Penalty Minutes: Canadiens relying on defense for success

Can the Montreal Canadiens and other teams rely on a defense-first mentality? John Manasso discusses.

Goalie Carey Price and the Montreal Canadiens are allowing just 2.12 goals per game this season, the third-best mark in the league.

Jean-Yves Ahern / USA TODAY Sports

Without a scorer in the top 50 of the NHL points standings, the Montreal Canadiens nonetheless have become the hottest team in the league. 

Until a shocking 6-0 loss at home on Tuesday to the Los Angeles Kings, the Canadiens had gone unbeaten in regulation in their previous 10 games (9-0-1). 

As one might guess, the Canadiens have done it with defense and goaltending. At 2.59 goals per game, they rank 17th in the league in scoring but are giving up the third-fewest goals against in the league (2.12 per game). Excluding shootout goals, the Canadiens outscored opponents 32-19 over that 10-game stretch. 

The Canadiens put forth a defense-first team in more than one way: Their defensemen also rank among their top scorers. Reigning Norris Trophy (best defenseman) winner P.K. Subban's 24 points lead the team and his defense partner Andrei Markov is fourth with 19 points. Forwards Tomas Plekanec and Max Pacioretty sport 11 goals apiece and 19-year-old Alex Galchenyuk, in his second season, has eight goals to go with 12 assists, ranking third on the team in points.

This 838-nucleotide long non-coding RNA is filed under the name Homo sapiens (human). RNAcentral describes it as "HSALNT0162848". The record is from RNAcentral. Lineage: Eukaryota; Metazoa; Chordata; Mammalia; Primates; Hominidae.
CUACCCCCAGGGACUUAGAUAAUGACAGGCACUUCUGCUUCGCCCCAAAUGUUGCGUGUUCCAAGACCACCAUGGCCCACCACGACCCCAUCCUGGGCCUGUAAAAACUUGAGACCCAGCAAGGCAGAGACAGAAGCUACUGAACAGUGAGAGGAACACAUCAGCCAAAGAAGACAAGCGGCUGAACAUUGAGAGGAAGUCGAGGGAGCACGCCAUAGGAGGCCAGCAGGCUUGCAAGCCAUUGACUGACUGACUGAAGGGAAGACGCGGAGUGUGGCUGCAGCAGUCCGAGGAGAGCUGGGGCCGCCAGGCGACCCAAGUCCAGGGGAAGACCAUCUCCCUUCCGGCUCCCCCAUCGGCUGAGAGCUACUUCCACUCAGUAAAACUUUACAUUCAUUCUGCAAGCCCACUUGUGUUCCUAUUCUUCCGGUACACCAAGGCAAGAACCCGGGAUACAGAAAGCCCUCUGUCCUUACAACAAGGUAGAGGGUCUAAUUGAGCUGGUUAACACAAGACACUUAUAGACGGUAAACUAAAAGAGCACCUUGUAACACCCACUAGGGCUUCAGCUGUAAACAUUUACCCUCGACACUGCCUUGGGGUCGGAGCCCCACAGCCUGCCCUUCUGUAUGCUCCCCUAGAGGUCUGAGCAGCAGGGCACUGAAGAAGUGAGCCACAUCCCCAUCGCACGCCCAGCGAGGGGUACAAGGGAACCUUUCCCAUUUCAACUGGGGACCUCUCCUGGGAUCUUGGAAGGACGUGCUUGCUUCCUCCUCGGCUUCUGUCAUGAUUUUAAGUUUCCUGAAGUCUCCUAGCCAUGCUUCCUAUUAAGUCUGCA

In goal, Carey Price, who could be the favorite to start as Canada's goalie in the 2014 Olympic Games, ranks fourth in the league in save percentage (.934), eight in goals-against average (2.08) and is tied for eighth in wins with 14. Backup Peter Budaj, a potential Olympian for Slovakia, is 5-1-1 with a 1.92 GAA and .929 save percentage. 

While all of that is working for the Canadiens right now, it could be a difficult formula to employ come playoff time. After getting ousted in the first round in five games by Ottawa last season -- the Habs failed to score more than two goals in any single game -- it would behoove the Canadiens to get going in the offense department. 

The Canadiens might be hot right now, but it's hard to anoint them a playoff favorite, based on their limited margin of victory on a nightly basis. 


It almost seems inconceivable that a unit powered by Dustin Byfuglien, who ranks fourth in the NHL in points by a defenseman and owns one of the league's most powerful slapshots, could be as inefficient as the Winnipeg Jets' power play. 

Until a power-play goal by Bryan Little on Tuesday, the Jets were on a 0-for-19 streak and owned the league's worst power play. The goal improved them to 28th in the league but they are still functioning at a dismal 11.3 percent. They have scored only 12 power-play goals all season in 106 attempts. 

Three years ago, Byfuglien and defense partner Tobias Enstrom each earned a trip to the NHL All-Star Game, as they finished in the top six in scoring in the league by a defenseman. That same season, Byfuglien's 20 goals, eight of which came with the man advantage, were the most in the league by a defenseman. 

That season, their team, then playing in Atlanta as the Thrashers, finished 12th in the league on the power play at a respectable 19.7 percent. To be fair, four of Byfuglien's six goals have come on the power play, but it still raises the question: What is wrong with the rest of the Jets' power play?